Safari 4 (beta)

Discussion in 'Apple' started by Warren Oates, Feb 24, 2009.

  1. Warren Oates

    Heli Guest

    That would be a good thing. But you would need extra coding to check
    for that in the system, don't you?
    You see, my problem with Apple is - from my own experience - that they
    don't really care about old customers, they seem to develop for the
    buyer of a new computer. So for now, I say: stick to the system that
    came with your computer, only update for security and bug reasons.
    And be very, very careful about the big updates. A percentage of people
    will get into trouble with them. Even if it's only 5% it's too much.
    I don't want bling, like Places, Faces or Top Site, I want a lean, mean
    smoothly working machine.
    Heli, Feb 26, 2009
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  2. Warren Oates

    CatStephan Guest

    I totally agree. And your other posts. Back to Safari 3 (or non beta 4).
    Just my ¤0.02.
    CatStephan, Feb 26, 2009
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  3. Warren Oates

    VAXman- Guest

    Hmm... I have it installed on my 17" Powerbook with 10.4.11. I wonder
    if Apple or you have tested it on Tiger.

    VAXman- A Bored Certified VMS Kernel Mode Hacker VAXman(at)TMESIS(dot)ORG

    Today's commodities market: Snake Oil: $787B/bbl

    "Well my son, life is like a beanstalk, isn't it?"
    VAXman- , Feb 26, 2009
  4. Warren Oates

    Warren Oates Guest

    Stop being such a pompous precious ass. I thought our main purpose here
    the was the betterment of our experiences with our Apple stuff.

    Here's some kill-filery for you:

    Warren Oates, Feb 26, 2009
  5. Warren Oates

    Warren Oates Guest

    I don't use Safari much. Opera have had Top Sites for a while now (Speed
    Dial) and a snap-back button that usually works pretty well until it
    doesn't. I always find myself back at Firefox 3 though. It's like a
    comfy old pair of nipple-clamps. There's probably an add-on that will do
    what Top Sites does.

    Like I said before, I like the Cover Flow approach, although there seems
    to be a bug in the "search history" where I can't get the damned
    keyboard focus out of the Google search bar and into the "navigation"
    bar so I can page through with the arrow keys. Maybe I'm just doing it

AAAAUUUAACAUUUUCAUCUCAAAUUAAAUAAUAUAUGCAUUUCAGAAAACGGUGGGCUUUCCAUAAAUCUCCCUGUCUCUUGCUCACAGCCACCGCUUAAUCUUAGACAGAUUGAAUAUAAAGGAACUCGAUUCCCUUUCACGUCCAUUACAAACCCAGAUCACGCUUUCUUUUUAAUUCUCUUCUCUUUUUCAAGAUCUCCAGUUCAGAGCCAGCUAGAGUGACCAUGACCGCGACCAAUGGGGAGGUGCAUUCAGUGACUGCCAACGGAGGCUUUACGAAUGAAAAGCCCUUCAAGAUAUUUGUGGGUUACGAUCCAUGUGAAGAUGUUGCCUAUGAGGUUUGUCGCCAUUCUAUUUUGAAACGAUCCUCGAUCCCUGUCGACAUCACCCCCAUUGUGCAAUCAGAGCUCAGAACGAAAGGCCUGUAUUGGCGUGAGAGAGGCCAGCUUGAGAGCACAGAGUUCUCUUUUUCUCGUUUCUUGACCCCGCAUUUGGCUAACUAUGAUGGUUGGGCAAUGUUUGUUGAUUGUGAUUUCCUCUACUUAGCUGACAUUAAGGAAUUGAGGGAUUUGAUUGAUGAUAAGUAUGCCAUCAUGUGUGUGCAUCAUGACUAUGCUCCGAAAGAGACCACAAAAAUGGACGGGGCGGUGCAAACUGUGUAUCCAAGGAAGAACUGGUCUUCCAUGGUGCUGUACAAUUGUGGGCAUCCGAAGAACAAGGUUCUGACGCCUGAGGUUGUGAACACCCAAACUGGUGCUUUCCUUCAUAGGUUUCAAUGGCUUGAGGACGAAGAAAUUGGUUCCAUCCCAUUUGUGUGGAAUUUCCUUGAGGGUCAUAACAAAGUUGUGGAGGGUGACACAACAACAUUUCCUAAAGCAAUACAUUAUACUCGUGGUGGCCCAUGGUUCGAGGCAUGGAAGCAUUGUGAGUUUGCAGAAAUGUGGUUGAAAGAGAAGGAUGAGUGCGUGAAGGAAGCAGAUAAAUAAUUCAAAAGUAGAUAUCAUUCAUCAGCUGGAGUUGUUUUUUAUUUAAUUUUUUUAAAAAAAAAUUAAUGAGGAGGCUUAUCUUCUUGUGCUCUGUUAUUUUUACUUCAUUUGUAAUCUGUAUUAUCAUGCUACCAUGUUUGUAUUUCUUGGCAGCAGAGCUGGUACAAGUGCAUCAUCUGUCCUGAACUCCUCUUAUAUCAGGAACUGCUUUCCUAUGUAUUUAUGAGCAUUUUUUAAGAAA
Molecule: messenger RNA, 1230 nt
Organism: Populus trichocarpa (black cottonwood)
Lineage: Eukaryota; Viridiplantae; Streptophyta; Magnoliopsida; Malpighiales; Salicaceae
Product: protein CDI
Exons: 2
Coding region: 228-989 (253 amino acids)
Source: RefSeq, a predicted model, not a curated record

wrong. (No, not looking for CMD-Arrow, that does something useful too,
    but. CTL-Arrow changes my Spaces).
    Warren Oates, Feb 26, 2009
  6. Warren Oates

    Warren Oates Guest

    Crap. I have a Sawtooth g4 (upped to 1.6) happily running 10.5.6. Moves
    along nicely swiftly. I'm using it as secondary backup server via its
    Firewire ports, and to move DivX into my living room. Bling is Facebook
    and YouTube and Pandora and Hulu and iTunes (although I use iTunes).
    Warren Oates, Feb 26, 2009
  7. Warren Oates

    Warren Oates Guest

    Warren Oates, Feb 26, 2009
  8. Counter to the facts! They developed and supported Classic to help
    with the transition from OS9 to OSX. They developed and supported
    Rosetta to help with the transition from PPC to Intel. With the
    exception of a very old iBook, all of them (including a mirror door
    G4 dual 1.44GHz) are running 10.5. The iBook is running 10.4 since
    it's not supported at 10.5. That doesn't upset me. It's a G3 proc
    which is (at least) 3 processors behind (G3, G4, G5, Intel).

    Apple does end support for old systems and old softwre. No surprise
    there. And frankly, I would hate to see them limit their development
    to the oldest system still in general use! That would limit my brand
    new Macbooks to the funcitonality of my iBook. No thanks!
    I want the new functionality. And in fact, the new OS runs *faster*
    on some of that older hardware than the OS that came with the machine!
    Duh. Anyone who works in IT can tell you this. I never upgrade my
    main work machine to a new release without running the update on a
    second machine that is not mission-critical and ensuring my applications
    work. If it was just a home machine, I'd do a disk image copy, do
    the upgrade and if things didn't work out, restore the image. Easy to
    do with several freely available programs and a cheap USB2 external disk

    Duh. Anyone who works in IT can tell you this. I never upgrade my
    main work machine to a new release without running the update on a
    second machine that is not mission-critical and ensuring my applications
    work. If it was just a home machine, I'd do a disk image copy, do
    the upgrade and if things didn't work out, restore the image. Easy to
    do with several freely available programs and a cheap USB2 external disk.
    True always. No way to avoid that. Happens even with my production
    servers running Red Hat. That's why I test. And find either fixes
    or work arounds. If I can't, I stick with the older release until the
    problem is fixed. For example, I still have one system running 32-bit
    RH4 because the app doesn't like (and nobody can figure out why) 64-bit
    RH4, and they haven't updated for RH5 yet (in process). But I'm fine
    with that.
    Those 5% should not prevent Apple from developing new systems & software.
    They can always stick to the current release until the issue is solved
    or they find a work around.
    Then don't use them. In almost every case, you can turn off the 'bling'
    (as you call it). Don't get me wrong - I know where you are coming from.
    It's why I use Gentoo on my home server - I can make it a lean, mean
    computing machine without anything I don't want. That said, I have found
    that the things about the Mac that annoy me I can turn off or ignore, or
    get a 3rd party app that does what I want how I want.


    Stephen Adams, Feb 26, 2009
  9. Warren Oates

    Philo D Guest

    interesting notion of removal
    Philo D, Feb 26, 2009
  10. Warren Oates

    Doc O'Leary Guest

    Because it's too stupid to be a bullet point, let alone a major focus
    for an update. Every GB they shave off only represents pennies in HD
    space. They could reduce the size of the OS to zero and it would only